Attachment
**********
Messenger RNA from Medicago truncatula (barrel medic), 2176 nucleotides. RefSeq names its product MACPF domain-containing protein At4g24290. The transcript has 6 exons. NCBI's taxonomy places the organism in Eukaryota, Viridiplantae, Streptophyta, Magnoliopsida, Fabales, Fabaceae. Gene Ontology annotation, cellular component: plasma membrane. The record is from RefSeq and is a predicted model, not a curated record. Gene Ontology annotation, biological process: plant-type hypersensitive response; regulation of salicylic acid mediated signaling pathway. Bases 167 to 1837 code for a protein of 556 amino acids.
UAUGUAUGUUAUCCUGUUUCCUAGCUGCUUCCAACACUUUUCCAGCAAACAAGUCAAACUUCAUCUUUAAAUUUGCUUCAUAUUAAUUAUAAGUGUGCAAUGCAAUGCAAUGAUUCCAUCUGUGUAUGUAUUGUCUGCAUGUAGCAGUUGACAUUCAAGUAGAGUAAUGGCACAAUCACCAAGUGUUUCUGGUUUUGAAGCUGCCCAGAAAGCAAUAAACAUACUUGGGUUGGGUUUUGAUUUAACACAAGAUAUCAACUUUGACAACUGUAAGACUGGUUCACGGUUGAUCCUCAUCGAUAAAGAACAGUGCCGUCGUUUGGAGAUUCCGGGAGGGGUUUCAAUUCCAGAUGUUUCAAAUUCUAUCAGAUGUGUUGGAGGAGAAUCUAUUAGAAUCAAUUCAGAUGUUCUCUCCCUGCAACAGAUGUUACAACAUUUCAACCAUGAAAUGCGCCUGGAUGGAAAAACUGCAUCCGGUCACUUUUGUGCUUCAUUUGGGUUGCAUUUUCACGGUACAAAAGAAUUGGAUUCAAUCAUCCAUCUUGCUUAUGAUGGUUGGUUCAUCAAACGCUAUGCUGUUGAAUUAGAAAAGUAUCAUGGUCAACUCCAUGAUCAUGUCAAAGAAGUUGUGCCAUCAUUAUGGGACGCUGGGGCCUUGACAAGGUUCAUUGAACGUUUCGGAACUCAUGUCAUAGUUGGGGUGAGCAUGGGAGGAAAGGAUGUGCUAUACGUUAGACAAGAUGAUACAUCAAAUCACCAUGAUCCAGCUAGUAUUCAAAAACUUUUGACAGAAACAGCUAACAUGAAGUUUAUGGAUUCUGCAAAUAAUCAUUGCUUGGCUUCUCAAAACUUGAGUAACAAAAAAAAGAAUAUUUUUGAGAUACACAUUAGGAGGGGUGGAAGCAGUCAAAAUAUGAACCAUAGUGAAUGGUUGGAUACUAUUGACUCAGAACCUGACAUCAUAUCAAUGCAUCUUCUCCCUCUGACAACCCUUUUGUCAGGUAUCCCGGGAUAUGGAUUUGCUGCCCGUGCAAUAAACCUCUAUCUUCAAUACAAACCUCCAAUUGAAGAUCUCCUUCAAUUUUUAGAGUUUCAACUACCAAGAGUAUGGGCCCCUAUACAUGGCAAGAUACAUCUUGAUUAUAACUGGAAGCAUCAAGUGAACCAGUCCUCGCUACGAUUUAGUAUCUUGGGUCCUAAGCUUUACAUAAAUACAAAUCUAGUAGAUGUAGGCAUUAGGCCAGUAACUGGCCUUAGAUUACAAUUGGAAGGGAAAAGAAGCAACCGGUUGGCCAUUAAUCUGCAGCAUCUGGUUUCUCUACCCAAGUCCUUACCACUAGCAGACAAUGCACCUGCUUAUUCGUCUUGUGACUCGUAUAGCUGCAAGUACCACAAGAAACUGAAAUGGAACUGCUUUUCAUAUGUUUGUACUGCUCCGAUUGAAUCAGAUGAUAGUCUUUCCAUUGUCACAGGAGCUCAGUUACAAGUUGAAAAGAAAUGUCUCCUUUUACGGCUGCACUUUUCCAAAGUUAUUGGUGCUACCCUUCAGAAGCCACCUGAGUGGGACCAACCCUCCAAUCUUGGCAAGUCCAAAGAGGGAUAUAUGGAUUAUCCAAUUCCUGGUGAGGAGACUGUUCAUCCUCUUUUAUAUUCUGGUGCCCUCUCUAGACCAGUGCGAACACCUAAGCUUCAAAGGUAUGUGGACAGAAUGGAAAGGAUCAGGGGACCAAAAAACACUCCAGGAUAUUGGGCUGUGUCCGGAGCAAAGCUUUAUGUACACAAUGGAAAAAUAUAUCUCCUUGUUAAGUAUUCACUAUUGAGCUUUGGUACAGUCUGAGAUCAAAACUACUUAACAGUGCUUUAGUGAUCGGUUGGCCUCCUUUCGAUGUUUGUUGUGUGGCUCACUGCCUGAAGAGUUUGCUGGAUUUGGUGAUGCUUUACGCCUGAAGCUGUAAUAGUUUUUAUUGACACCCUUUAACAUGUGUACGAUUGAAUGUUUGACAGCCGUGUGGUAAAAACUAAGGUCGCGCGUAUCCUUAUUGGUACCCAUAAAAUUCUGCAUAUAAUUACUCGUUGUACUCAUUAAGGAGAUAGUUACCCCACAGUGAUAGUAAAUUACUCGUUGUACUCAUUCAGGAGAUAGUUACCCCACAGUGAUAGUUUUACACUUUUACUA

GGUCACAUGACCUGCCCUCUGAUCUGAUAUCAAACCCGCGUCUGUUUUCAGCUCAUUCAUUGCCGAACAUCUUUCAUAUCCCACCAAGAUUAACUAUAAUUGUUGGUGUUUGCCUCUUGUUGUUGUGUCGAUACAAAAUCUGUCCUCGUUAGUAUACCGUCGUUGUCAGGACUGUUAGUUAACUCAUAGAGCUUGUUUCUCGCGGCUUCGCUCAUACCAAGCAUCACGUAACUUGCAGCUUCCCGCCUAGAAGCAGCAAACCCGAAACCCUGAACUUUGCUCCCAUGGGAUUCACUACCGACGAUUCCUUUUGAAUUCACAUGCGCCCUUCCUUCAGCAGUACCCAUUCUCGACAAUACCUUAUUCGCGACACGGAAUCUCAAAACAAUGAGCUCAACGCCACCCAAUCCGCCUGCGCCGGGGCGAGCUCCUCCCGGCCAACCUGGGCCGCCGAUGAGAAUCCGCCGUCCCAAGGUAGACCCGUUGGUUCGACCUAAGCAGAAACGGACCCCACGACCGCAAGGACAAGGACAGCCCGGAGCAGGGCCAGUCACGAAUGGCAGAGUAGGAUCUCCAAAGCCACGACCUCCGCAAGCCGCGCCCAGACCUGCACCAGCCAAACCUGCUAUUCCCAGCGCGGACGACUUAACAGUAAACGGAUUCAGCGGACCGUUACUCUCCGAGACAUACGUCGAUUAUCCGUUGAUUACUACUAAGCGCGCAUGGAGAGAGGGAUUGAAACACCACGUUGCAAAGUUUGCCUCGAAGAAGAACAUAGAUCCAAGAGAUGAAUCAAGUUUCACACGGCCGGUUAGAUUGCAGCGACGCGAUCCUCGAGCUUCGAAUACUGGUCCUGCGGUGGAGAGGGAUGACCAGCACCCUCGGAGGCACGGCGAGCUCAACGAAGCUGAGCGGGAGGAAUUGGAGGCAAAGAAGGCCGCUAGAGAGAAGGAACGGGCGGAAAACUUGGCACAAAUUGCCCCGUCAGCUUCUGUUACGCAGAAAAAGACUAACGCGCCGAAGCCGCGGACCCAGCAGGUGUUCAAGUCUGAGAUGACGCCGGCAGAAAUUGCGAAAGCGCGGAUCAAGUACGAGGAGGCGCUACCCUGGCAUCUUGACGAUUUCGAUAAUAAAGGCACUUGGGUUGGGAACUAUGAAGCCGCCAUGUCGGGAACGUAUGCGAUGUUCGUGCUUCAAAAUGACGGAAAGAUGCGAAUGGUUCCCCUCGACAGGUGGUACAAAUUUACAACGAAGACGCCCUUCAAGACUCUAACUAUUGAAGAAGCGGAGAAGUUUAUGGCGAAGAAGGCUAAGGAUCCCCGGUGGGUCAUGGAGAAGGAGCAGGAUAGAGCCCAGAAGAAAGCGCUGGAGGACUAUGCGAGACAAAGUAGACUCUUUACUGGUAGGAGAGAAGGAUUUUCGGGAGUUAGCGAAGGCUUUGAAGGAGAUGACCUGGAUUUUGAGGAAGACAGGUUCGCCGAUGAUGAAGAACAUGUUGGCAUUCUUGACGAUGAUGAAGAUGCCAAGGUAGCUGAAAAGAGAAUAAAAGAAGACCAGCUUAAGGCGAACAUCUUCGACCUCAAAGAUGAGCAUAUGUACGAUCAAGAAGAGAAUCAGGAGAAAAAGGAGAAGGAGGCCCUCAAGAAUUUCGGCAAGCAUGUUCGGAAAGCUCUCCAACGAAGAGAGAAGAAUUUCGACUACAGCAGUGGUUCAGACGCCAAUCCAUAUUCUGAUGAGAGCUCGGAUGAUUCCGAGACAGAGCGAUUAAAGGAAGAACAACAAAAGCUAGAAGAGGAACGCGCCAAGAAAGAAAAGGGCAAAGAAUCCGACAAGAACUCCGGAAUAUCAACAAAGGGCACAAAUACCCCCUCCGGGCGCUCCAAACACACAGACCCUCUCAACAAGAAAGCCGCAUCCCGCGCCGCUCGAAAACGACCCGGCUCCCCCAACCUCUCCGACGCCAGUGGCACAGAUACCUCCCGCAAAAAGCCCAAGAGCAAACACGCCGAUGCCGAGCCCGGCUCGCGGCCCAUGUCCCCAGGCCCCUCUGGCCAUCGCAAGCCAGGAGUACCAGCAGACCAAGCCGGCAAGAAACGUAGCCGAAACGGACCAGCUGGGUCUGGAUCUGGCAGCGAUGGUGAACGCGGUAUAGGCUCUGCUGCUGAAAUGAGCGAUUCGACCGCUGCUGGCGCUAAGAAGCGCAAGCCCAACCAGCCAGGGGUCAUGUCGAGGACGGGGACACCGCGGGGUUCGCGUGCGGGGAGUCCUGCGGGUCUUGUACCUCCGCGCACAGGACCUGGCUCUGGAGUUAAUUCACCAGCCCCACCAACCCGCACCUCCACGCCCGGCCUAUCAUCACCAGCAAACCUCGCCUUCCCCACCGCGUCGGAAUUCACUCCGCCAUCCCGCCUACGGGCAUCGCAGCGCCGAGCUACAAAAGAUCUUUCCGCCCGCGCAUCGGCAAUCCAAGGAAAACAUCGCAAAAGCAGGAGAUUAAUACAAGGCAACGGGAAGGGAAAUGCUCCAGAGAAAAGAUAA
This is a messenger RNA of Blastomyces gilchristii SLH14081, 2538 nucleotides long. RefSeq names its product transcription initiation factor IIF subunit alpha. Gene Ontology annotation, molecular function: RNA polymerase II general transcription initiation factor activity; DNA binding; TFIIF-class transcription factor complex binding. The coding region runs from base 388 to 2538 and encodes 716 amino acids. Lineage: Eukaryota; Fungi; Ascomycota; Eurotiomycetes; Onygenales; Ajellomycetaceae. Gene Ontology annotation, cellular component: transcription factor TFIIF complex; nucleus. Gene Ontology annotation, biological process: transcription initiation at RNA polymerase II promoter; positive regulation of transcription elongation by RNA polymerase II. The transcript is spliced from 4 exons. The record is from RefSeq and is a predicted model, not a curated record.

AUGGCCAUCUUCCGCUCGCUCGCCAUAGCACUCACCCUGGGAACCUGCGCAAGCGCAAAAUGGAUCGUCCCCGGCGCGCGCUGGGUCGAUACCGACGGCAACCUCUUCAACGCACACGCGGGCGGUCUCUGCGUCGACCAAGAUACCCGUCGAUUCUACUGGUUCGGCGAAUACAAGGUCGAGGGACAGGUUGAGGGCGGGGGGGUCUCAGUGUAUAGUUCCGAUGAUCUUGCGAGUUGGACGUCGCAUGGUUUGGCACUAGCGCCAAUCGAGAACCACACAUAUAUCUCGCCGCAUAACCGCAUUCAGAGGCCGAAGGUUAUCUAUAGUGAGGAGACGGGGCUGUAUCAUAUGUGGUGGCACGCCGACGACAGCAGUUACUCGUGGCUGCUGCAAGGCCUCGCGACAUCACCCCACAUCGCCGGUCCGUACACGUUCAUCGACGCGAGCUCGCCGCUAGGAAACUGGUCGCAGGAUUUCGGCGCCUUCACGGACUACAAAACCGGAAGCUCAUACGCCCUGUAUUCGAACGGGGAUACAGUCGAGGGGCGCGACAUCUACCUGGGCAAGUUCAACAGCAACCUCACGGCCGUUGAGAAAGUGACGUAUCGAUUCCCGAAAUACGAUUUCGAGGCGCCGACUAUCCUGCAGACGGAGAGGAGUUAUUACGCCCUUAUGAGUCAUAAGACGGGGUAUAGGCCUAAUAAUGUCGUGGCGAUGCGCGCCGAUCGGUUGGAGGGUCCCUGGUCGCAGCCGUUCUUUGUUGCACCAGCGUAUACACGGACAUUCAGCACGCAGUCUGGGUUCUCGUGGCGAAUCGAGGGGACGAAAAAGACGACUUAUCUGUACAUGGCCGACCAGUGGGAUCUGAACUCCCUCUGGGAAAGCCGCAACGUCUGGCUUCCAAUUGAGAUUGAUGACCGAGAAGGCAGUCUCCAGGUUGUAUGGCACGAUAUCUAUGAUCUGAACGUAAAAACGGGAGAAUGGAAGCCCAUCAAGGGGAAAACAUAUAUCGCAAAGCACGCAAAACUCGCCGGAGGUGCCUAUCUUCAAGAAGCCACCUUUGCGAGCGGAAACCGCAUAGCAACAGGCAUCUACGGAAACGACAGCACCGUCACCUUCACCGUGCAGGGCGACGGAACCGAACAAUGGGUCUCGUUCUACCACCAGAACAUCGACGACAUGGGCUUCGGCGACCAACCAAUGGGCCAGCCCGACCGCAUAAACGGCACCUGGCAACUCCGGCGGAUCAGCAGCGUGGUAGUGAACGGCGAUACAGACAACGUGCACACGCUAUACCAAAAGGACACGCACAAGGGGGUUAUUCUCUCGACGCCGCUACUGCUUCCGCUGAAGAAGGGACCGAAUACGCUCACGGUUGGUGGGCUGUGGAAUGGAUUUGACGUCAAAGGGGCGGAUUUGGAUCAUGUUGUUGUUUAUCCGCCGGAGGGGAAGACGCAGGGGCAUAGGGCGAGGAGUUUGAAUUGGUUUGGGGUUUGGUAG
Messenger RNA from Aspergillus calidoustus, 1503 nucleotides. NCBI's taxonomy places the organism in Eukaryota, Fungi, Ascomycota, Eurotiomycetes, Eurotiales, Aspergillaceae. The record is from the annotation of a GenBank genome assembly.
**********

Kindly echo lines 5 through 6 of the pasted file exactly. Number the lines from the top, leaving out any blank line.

AUGGCCAUCUUCCGCUCGCUCGCCAUAGCACUCACCCUGGGAACCUGCGCAAGCGCAAAAUGGAUCGUCCCCGGCGCGCGCUGGGUCGAUACCGACGGCAACCUCUUCAACGCACACGCGGGCGGUCUCUGCGUCGACCAAGAUACCCGUCGAUUCUACUGGUUCGGCGAAUACAAGGUCGAGGGACAGGUUGAGGGCGGGGGGGUCUCAGUGUAUAGUUCCGAUGAUCUUGCGAGUUGGACGUCGCAUGGUUUGGCACUAGCGCCAAUCGAGAACCACACAUAUAUCUCGCCGCAUAACCGCAUUCAGAGGCCGAAGGUUAUCUAUAGUGAGGAGACGGGGCUGUAUCAUAUGUGGUGGCACGCCGACGACAGCAGUUACUCGUGGCUGCUGCAAGGCCUCGCGACAUCACCCCACAUCGCCGGUCCGUACACGUUCAUCGACGCGAGCUCGCCGCUAGGAAACUGGUCGCAGGAUUUCGGCGCCUUCACGGACUACAAAACCGGAAGCUCAUACGCCCUGUAUUCGAACGGGGAUACAGUCGAGGGGCGCGACAUCUACCUGGGCAAGUUCAACAGCAACCUCACGGCCGUUGAGAAAGUGACGUAUCGAUUCCCGAAAUACGAUUUCGAGGCGCCGACUAUCCUGCAGACGGAGAGGAGUUAUUACGCCCUUAUGAGUCAUAAGACGGGGUAUAGGCCUAAUAAUGUCGUGGCGAUGCGCGCCGAUCGGUUGGAGGGUCCCUGGUCGCAGCCGUUCUUUGUUGCACCAGCGUAUACACGGACAUUCAGCACGCAGUCUGGGUUCUCGUGGCGAAUCGAGGGGACGAAAAAGACGACUUAUCUGUACAUGGCCGACCAGUGGGAUCUGAACUCCCUCUGGGAAAGCCGCAACGUCUGGCUUCCAAUUGAGAUUGAUGACCGAGAAGGCAGUCUCCAGGUUGUAUGGCACGAUAUCUAUGAUCUGAACGUAAAAACGGGAGAAUGGAAGCCCAUCAAGGGGAAAACAUAUAUCGCAAAGCACGCAAAACUCGCCGGAGGUGCCUAUCUUCAAGAAGCCACCUUUGCGAGCGGAAACCGCAUAGCAACAGGCAUCUACGGAAACGACAGCACCGUCACCUUCACCGUGCAGGGCGACGGAACCGAACAAUGGGUCUCGUUCUACCACCAGAACAUCGACGACAUGGGCUUCGGCGACCAACCAAUGGGCCAGCCCGACCGCAUAAACGGCACCUGGCAACUCCGGCGGAUCAGCAGCGUGGUAGUGAACGGCGAUACAGACAACGUGCACACGCUAUACCAAAAGGACACGCACAAGGGGGUUAUUCUCUCGACGCCGCUACUGCUUCCGCUGAAGAAGGGACCGAAUACGCUCACGGUUGGUGGGCUGUGGAAUGGAUUUGACGUCAAAGGGGCGGAUUUGGAUCAUGUUGUUGUUUAUCCGCCGGAGGGGAAGACGCAGGGGCAUAGGGCGAGGAGUUUGAAUUGGUUUGGGGUUUGGUAG
Messenger RNA from Aspergillus calidoustus, 1503 nucleotides. NCBI's taxonomy places the organism in Eukaryota, Fungi, Ascomycota, Eurotiomycetes, Eurotiales, Aspergillaceae. The record is from the annotation of a GenBank genome assembly.